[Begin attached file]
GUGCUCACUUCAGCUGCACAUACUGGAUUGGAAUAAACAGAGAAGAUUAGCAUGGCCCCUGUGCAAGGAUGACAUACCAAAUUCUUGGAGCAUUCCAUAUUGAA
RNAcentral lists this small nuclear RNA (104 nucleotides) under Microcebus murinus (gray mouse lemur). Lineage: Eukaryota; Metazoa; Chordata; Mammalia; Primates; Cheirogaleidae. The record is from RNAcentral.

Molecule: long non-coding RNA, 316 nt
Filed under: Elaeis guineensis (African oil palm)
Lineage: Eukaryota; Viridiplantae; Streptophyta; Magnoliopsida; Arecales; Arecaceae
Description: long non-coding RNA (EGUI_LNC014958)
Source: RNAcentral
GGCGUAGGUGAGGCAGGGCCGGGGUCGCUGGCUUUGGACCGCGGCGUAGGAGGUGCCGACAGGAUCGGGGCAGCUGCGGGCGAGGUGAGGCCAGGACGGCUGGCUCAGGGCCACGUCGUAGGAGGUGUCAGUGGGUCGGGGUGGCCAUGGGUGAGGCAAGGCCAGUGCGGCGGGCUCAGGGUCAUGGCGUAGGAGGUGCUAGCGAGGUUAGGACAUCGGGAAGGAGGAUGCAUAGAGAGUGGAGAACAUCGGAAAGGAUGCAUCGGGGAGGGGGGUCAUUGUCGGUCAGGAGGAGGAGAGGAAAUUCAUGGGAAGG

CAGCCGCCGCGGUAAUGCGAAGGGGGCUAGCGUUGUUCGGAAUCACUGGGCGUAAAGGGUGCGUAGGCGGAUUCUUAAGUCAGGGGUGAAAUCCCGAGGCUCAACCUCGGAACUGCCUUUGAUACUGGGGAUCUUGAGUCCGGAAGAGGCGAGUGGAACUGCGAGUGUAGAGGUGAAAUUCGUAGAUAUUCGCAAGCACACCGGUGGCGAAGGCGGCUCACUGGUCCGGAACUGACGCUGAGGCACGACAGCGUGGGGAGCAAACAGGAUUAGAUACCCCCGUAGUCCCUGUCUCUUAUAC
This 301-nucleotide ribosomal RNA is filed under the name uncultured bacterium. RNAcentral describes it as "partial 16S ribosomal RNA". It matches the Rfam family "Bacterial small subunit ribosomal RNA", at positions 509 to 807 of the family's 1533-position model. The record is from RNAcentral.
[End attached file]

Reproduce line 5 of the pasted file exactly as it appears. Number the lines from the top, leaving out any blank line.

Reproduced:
Lineage: Eukaryota; Viridiplantae; Streptophyta; Magnoliopsida; Arecales; Arecaceae